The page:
But this hasn’t stopped the US from continuing to fuel the fire, so to speak. According to Defense News, the State Department has facilitated $33 billion worth of weapons sales to its Arab Gulf allies since May of 2015. The weapons–including anti-armor missiles, attack helicopters, and ballistic missile defense capabilities–have been sold to the six countries that make up the Gulf Cooperation Council, or GCC. These would of course be some of the same countries that have been supplying arms to ISIS while also carrying out war crimes in Yemen.
“In addition, the U.S. government and industry also delivered 4,500 precision-guided munitions to the GCC countries in 2015, including 1,500 taken directly from U.S. military stocks — a significant action given our military’s own needs,” said David McKeeby, a spokesman with the State Department’s Bureau of Political-Military Affairs. 
How much of this ordnance may have ended up in the hands of not-so-moderate terrorists is unclear, but in December of 2015, Amnesty International published a report entitled “Taking Stock: The Arming of the Islamic State,” which found that the terrorist army “now deploys a substantial arsenal of arms and ammunition, designed or manufactured in more than 25 countries.” 
A lot of this was looted or captured from poorly secured Iraqi military stocks, says the report, but illicit weapons transactions also seem to have played a considerable role in building up the ISIS arsenal–and some of the “chain of custody” evidence cited in the report, including a cache of weapons transferred from Croatia to the Free Syrian Army, sounds almost eerily similar to the sort of shady weapons trafficking operation run by Packouz and Diveroli.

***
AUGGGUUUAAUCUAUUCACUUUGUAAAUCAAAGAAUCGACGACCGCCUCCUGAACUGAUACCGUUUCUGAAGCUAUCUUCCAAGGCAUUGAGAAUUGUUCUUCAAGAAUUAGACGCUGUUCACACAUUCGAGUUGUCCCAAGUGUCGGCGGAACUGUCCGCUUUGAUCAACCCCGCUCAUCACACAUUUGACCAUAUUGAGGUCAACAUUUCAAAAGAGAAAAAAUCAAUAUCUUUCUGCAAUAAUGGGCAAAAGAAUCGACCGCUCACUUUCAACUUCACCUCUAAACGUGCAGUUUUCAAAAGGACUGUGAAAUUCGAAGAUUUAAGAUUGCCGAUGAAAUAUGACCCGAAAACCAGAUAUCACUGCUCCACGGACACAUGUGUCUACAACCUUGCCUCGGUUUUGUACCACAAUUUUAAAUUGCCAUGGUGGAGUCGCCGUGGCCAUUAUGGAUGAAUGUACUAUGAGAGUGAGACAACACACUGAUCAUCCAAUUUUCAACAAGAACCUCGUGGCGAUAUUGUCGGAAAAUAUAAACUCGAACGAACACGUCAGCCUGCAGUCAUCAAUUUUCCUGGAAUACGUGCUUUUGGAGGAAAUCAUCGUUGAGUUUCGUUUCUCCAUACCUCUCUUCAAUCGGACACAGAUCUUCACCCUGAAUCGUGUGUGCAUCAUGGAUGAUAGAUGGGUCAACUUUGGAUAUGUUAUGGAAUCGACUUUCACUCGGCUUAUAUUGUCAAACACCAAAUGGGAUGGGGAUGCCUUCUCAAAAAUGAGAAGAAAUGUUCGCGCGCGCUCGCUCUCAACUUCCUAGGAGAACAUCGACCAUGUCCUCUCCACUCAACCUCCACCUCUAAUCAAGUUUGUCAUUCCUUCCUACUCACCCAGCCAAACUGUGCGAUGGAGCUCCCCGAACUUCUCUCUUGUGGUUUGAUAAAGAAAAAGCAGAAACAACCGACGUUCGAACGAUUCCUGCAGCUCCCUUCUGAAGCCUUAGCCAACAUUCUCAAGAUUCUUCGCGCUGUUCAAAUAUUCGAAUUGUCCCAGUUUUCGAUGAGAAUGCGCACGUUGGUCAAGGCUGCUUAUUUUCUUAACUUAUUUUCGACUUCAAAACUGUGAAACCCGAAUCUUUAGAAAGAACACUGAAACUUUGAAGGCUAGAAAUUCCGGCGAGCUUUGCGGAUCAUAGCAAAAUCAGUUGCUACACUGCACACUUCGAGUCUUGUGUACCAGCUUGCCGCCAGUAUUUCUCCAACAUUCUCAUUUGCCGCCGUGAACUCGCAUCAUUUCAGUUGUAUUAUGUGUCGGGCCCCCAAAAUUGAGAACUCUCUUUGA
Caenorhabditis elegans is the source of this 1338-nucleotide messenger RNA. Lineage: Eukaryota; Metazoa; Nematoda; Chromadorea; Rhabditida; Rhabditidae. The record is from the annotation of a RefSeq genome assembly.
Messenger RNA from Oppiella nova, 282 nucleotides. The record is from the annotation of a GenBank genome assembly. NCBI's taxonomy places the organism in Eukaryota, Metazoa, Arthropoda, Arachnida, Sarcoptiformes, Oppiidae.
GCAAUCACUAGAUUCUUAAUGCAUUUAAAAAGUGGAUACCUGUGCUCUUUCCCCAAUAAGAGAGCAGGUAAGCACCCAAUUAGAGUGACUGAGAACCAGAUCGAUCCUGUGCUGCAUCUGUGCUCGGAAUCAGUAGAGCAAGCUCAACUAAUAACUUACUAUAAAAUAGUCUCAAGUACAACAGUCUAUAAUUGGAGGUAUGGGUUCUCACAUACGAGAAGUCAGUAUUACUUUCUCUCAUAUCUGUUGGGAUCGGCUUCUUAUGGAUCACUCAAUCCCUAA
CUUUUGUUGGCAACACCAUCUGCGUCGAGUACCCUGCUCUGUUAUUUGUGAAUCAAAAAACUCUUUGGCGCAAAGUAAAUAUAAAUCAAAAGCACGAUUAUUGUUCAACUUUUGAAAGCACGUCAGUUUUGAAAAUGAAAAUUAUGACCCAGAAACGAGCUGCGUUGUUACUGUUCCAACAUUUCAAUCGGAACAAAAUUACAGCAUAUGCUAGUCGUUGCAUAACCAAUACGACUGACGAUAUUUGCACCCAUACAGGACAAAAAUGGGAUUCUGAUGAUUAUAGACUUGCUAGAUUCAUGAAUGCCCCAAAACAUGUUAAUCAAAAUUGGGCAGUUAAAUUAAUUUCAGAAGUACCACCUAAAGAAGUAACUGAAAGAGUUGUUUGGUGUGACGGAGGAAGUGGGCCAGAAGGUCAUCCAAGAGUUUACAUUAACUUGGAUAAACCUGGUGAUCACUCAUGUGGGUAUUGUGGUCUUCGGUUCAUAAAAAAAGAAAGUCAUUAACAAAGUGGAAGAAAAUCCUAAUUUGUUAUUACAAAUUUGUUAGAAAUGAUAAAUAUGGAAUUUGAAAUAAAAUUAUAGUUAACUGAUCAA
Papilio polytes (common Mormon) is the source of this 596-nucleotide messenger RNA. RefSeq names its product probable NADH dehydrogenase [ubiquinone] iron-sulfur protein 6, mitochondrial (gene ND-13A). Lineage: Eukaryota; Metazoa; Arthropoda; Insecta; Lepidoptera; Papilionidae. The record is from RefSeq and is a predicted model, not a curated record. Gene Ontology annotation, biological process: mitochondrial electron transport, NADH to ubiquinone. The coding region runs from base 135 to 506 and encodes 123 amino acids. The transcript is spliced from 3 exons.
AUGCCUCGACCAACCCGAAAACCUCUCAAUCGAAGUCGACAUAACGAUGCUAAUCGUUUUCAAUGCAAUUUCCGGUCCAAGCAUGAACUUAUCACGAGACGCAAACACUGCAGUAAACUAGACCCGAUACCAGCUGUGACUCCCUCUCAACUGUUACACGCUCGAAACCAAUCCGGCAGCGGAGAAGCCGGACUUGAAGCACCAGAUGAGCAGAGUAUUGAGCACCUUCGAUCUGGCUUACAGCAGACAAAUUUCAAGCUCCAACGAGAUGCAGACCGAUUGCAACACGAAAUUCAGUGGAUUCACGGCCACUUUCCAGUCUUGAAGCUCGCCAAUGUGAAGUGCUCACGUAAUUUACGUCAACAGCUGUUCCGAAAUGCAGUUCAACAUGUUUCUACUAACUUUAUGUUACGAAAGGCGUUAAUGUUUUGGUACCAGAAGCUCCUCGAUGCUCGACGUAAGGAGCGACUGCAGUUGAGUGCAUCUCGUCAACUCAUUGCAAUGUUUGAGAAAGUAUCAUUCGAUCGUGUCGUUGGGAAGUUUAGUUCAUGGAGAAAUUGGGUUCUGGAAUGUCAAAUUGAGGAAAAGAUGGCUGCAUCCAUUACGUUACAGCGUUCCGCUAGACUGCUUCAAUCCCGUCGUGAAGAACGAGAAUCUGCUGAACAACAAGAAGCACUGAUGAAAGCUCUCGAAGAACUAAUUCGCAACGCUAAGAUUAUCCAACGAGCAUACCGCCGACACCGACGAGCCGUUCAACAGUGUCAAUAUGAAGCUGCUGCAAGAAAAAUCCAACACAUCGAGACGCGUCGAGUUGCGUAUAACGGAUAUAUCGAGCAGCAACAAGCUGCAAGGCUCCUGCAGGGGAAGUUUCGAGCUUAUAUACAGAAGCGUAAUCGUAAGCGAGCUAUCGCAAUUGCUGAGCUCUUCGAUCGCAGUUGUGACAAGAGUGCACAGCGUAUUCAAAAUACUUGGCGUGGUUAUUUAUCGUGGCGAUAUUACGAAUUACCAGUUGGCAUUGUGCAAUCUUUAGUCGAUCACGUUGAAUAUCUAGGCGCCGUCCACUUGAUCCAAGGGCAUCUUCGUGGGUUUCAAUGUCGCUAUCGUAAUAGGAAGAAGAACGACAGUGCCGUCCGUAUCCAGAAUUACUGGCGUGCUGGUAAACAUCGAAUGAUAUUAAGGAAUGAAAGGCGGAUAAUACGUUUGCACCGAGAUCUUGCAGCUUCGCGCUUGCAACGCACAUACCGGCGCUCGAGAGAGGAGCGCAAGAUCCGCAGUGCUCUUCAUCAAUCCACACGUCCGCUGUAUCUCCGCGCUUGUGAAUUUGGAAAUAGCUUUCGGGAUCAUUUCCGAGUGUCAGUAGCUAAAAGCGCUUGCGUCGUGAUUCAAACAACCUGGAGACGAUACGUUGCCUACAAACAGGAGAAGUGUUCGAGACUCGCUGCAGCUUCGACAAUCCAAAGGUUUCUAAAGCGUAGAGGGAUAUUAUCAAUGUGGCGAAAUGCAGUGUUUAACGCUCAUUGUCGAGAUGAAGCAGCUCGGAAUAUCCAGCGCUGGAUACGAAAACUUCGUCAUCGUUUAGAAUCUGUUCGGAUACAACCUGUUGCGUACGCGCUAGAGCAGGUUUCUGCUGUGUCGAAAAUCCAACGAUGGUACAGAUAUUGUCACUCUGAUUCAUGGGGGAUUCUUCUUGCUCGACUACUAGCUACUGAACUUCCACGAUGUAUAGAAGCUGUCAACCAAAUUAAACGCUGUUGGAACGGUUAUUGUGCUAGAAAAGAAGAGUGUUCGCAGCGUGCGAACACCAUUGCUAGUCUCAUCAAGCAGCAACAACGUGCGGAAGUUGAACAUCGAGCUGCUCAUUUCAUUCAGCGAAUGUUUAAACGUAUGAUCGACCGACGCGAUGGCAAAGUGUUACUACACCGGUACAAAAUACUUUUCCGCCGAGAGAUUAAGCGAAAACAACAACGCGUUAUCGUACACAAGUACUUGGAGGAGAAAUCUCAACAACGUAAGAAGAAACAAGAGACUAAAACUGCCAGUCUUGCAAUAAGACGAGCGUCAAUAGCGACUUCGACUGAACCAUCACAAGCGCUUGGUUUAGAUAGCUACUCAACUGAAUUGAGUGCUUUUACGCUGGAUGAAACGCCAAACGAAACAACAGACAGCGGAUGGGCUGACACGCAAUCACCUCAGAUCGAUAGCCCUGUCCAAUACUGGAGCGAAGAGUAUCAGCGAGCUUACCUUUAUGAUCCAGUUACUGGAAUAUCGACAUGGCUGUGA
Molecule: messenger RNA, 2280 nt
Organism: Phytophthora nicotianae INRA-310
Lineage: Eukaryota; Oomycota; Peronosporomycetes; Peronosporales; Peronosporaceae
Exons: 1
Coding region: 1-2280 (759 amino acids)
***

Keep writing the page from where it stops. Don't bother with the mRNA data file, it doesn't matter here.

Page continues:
Of course there is the old adage about art imitating life, and, on some level the fact that Hollywood would make a film about two Jews and then go on to entitle it “War Dogs” is perhaps not surprising. This, keep in mind, coming at a time when evidence of Israel’s support for terrorists in Syria is as clear as the hand in front of your face. And of course who could forget the lovable Victoria Nuland and her famous “f**k-the-EU” comment, mouthed off at a time when her State Department was busy engineering a coup in Ukraine?
In fact, efforts by Zionist Jews to create instability and instigate wars are getting to be about as common as fireflies on a summer night. They’re not always easy to spot, but you know they’re out there because they occasionally involuntarily light up, as when someone like Nuland gets caught in a taped phone conversation.